You're Inviting Snakes to Your Home If You Avoid This One Chore, Experts Warn

Putting off this one everyday task might be rolling out a welcome mat for unwanted guests.

Most homeowners take pride in their property, working hard to keep things looking and feeling as inviting to guests as possible. But as schedules get tight and to-do lists grow, it can be easy to slip on some keeping up with some basic maintenance tasks. Unfortunately, putting off certain chores can have some serious unintended consequences—including attracting more snakes to your home if you avoid them for too long. Read on to see which task is important for keeping unwanted slithering guests away.

RELATED: This Is When You're Most Likely to Encounter a Snake, Experts Say.

Not mowing your lawn could be inviting more snakes to your home.

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Yard maintenance may be one of the most labor-intensive chores that people love to put off. But according to experts, not mowing the lawn often enough could be creating the perfect conditions to attract more snakes to the area around your home, making it more likely they'll find their way indoors through a crack or hole.

Overgrown grass, foliage, and shrubbery may be an eyesore, but it also provides the kind of protection and cover snakes need to hide from predators such as hawks or to cool off on a hot day, according to the experts at Staying on top of regular trimming also has the benefit of making it more likely you'll be able to spot any snakes well before you disturb them with your mower.

Keep weeds, bushes, and other foliage on your property under control—especially near decks.

snake in grass
Shutterstock / MLArduengo

Besides mowing your yard and keeping the lawn under control, you should also make sure to regularly cut back tall weeds and foliage that line your property to avoid inviting an onslaught of snakes. In many cases, these overgrown plants can provide a place where snakes feel protected and attract critters such as frogs, toads, and mice that they love to snack on.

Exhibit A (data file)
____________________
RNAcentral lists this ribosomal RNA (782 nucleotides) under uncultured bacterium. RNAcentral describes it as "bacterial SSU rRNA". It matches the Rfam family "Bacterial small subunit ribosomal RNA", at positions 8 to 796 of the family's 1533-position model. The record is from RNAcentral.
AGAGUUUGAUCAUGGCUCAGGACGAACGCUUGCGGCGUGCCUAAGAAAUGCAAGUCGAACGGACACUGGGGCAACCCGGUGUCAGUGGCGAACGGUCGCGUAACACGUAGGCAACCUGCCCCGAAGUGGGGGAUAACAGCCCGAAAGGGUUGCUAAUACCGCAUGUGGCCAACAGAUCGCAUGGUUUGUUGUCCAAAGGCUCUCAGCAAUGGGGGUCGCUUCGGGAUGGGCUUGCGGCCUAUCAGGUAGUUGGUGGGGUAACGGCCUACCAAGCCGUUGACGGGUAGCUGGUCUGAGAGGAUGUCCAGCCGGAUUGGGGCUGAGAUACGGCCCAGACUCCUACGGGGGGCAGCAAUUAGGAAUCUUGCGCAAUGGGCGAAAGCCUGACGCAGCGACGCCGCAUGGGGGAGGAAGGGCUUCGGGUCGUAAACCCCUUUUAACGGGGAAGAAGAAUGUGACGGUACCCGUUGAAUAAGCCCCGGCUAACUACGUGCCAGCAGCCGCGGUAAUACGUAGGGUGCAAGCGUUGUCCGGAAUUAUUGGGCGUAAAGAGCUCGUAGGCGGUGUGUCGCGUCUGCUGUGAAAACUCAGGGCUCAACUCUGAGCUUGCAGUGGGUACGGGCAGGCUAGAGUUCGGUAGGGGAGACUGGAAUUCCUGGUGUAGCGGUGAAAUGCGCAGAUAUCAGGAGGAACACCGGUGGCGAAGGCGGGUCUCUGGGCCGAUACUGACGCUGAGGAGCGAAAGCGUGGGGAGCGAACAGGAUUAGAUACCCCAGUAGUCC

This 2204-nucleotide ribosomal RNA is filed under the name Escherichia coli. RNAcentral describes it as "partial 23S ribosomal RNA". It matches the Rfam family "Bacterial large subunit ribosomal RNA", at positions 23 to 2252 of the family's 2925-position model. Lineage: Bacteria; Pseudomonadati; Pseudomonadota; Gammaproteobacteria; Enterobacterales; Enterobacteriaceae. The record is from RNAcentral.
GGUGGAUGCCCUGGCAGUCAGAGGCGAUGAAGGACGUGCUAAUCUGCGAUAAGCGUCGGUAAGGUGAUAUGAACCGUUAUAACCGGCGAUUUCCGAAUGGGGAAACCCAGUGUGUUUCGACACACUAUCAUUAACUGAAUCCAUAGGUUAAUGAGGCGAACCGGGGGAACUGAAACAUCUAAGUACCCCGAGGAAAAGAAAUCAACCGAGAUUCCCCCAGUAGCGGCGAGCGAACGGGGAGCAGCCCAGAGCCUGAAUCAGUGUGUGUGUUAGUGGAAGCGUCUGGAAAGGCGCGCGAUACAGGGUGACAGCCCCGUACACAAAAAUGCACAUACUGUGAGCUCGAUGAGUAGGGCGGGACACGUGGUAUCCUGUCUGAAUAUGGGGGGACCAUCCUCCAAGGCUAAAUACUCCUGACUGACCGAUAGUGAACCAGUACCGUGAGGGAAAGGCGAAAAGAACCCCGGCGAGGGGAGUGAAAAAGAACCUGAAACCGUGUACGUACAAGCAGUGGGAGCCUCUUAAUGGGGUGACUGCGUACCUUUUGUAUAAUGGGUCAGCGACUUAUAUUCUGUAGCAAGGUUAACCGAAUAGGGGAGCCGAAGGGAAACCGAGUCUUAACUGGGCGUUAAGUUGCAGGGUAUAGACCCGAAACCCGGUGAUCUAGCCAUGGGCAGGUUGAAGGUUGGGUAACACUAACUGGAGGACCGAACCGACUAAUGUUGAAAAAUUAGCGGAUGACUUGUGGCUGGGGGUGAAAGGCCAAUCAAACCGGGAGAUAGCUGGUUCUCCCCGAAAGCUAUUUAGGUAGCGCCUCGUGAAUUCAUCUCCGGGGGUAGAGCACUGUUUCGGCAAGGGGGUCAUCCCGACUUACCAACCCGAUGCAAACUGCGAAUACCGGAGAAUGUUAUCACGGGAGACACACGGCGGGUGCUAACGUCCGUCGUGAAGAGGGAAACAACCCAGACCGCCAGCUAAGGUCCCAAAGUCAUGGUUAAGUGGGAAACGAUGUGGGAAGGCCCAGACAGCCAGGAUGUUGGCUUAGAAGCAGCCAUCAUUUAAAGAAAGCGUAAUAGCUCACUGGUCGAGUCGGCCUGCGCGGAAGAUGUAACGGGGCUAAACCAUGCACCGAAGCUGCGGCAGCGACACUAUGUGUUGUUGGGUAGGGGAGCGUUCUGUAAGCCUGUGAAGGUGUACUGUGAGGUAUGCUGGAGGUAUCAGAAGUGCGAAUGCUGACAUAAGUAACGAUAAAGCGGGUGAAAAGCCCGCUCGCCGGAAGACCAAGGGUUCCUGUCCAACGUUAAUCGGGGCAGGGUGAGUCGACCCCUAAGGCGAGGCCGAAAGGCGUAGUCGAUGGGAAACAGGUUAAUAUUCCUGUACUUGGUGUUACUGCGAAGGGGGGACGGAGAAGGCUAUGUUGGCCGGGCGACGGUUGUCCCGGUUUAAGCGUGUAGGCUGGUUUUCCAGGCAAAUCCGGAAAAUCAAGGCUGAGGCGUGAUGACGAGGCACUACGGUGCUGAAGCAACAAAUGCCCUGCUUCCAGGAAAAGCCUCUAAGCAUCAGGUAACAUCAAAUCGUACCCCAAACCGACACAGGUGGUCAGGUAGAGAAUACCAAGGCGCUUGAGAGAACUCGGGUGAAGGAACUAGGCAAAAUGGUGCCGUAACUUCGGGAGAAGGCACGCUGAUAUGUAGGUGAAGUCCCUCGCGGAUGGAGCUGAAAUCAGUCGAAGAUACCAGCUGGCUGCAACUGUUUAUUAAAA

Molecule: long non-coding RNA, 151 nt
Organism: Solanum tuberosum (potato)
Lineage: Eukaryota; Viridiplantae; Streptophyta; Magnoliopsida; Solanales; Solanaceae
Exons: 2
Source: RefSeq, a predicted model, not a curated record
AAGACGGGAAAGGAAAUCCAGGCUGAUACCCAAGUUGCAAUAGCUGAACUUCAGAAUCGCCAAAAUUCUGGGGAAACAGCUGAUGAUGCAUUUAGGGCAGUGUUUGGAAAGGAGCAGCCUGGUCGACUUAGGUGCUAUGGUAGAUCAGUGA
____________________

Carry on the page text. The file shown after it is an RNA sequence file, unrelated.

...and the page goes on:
On top of the areas on the fringes of your lawn, you should also take special care to maintain plant growth in the areas around decks or porches. Unkempt foliage, grass, and weeds can further fortify the space beneath the structures and provide perfect shelter for the serpents to come and go as they please. By exposing the space at the bottom of the deck, you could deter an unwanted snake from moving in.

RELATED: If You Live in These States, Watch Out for This Highly Venomous Snake.

Maintain or get rid of certain plants that might attract rodents to your yard.

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Experts warn that one sure way to invite more snakes onto your property is to provide them with ample meals in the form of mice, rats, moles, and voles. By mowing the lawn regularly, as well as removing fallen fruit from trees or bushes and clearing any debris or woodpiles, you're making it less likely that vermin will set up camp in your yard.

"We know food attracts snakes," Terry Vandeventer, a herpetologist with the Living Reptile Museum in Mississippi, told The Clarion Ledger in a 2019 interview. "Since snakes eat rodents, we want to get rid of them. Get rid of the shelter and get rid of the food, and they'll pass right by and go to your neighbor's ratty house."

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Plan your landscaping accordingly to avoid building a snake haven in your yard.

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If your lawn is too large or difficult to mow and maintain regularly, there are still some simple steps you can take to avoid inviting snakes onto your property. Instead of laying down mulch in your yard or garden beds, consider using gravel or tight stones, which creates a surface that snakes have a harder time moving on. You should also make sure to move all bird feeders away from your house: Rodents will find the spilled seeds as irresistible as snakes find them.

It's also not just your grass that needs to be maintained. According to experts at Utah State University, trees and shrubs should be cut back and pruned to prevent providing snakes with a different way to potentially climb and sneak into your home. They advise trimming a 24-to-36-inch space between all trees and shrubs and both the ground and outer walls to make it less likely they'll find a way to slither inside.

RELATED: Leaving This in Your Garage Is Bringing Snakes to Your Home, Experts Warn.

Zachary Mack
Zach is a freelance writer specializing in beer, wine, food, spirits, and travel. He is based in Manhattan. Read more
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